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The Advanced Design Institute (ADi) works to facilitate a deeper and broader understanding of design as activity and culture. Design activity is the way individuals and organizations continuously create our world. Design culture provides the societal context that supports design activity. In a time of dramatic change and of increased complexity, design culture is more timely and crucial than ever. The purpose of ADi is to advance design culture through public education.

Thursday, June 23, 2011

Interesting dissertation on design judgment

Recently I had the pleasure of being at the defense of a PhD dissertation. I was on the committee and have followed the work for some time. The dissertation title is "How is development of design judgment addressed in instructional design education". The dissertation is written by Nilufer Korkmaz and done at the Department of Instructional Systems Technology, Indiana University, Bloomington.

Korkmaz does a serious and ambitious job in exploring different definitions and understandings of design judgment. She does not shy away form quite delicate and detailed definitional issues. At the same time, she tries to develop her understanding in a way that makes the concept possible to study empirically. Korkmaz draws a lot of our book "The Design Way" which is exciting to see, but she also uses many other interesting sources.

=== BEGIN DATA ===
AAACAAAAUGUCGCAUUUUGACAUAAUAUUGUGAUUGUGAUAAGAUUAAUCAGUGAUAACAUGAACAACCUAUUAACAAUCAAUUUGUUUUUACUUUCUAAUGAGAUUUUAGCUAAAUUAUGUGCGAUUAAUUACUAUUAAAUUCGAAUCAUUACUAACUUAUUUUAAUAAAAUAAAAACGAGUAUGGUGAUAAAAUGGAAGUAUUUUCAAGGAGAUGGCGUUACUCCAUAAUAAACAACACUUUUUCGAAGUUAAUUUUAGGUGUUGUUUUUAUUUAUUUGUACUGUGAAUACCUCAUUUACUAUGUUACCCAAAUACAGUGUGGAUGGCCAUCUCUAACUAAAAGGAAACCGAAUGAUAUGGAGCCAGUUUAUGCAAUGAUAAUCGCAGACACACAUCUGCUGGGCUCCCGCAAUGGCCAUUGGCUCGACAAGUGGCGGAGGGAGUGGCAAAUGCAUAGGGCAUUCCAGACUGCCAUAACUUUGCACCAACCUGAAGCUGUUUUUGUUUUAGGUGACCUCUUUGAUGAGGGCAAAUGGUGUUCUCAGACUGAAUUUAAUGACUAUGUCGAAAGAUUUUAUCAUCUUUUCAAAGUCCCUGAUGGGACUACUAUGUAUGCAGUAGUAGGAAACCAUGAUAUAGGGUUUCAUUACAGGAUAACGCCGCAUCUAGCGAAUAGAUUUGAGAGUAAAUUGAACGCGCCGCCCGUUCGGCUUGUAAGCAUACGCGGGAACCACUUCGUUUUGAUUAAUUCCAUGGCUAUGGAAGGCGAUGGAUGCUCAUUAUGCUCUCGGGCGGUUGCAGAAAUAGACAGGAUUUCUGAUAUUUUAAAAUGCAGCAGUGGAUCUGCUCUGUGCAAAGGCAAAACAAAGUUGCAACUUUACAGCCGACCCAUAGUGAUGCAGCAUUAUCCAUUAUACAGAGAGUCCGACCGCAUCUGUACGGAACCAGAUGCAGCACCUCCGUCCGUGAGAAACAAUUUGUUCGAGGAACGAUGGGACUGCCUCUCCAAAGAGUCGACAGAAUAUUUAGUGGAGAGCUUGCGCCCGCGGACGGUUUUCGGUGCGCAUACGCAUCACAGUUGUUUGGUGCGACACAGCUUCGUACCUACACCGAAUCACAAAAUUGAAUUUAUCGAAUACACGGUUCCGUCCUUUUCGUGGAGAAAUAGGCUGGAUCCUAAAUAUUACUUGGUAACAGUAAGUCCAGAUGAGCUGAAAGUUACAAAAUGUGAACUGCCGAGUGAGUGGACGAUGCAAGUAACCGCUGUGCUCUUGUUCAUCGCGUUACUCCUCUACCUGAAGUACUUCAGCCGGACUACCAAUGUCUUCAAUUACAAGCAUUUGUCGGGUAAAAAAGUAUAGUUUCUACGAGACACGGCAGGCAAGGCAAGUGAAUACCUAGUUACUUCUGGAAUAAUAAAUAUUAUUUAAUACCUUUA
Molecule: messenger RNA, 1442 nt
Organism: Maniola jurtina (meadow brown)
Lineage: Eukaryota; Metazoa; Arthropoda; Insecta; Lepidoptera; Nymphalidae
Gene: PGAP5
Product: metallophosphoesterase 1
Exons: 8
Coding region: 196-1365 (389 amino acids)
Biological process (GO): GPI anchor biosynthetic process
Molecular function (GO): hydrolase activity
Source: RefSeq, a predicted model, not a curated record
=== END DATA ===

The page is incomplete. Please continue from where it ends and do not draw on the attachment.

The dissertation is a good example of something that is quite difficult, that is, to take a complex concept that is mainly treated in the abstract and in theoretical contexts and to use that in empirical studies. Korkmaz does a good job in examining if and how people do recognize design judgment as an important concept in design and especially in design education. She also tries to find how design judgement is taught and trained in practical educational settings.

This is how Korkmaz argues for the purpose of her research:

"Even though judgment is stated to be a very essential skill, it is rarely a part of formal education (Nelson & Stolterman, 2003). In addition, although a number of scholars have written about design judgment and its significance in design, there is not any empirical study about the extent to which design educators value the development of good design judgment and how it is addressed in the education of design students. If design can be taught and learned and “training and motivation can contribute to the development of a good designer” (Nelson & Stolterman, 2003, p. 292) design judgment must be a skill that can be taught or at least a skill that can be developed when opportunities are provided. With this understanding, the aim of this study is to examine how instructional design educators view and value development of design judgment and what they report in regard to how they help develop good design judgment skills in their students." (page 5 of the dissertation)

We need more research where design theoretical concepts and schemas are examined in empirically in real contexts.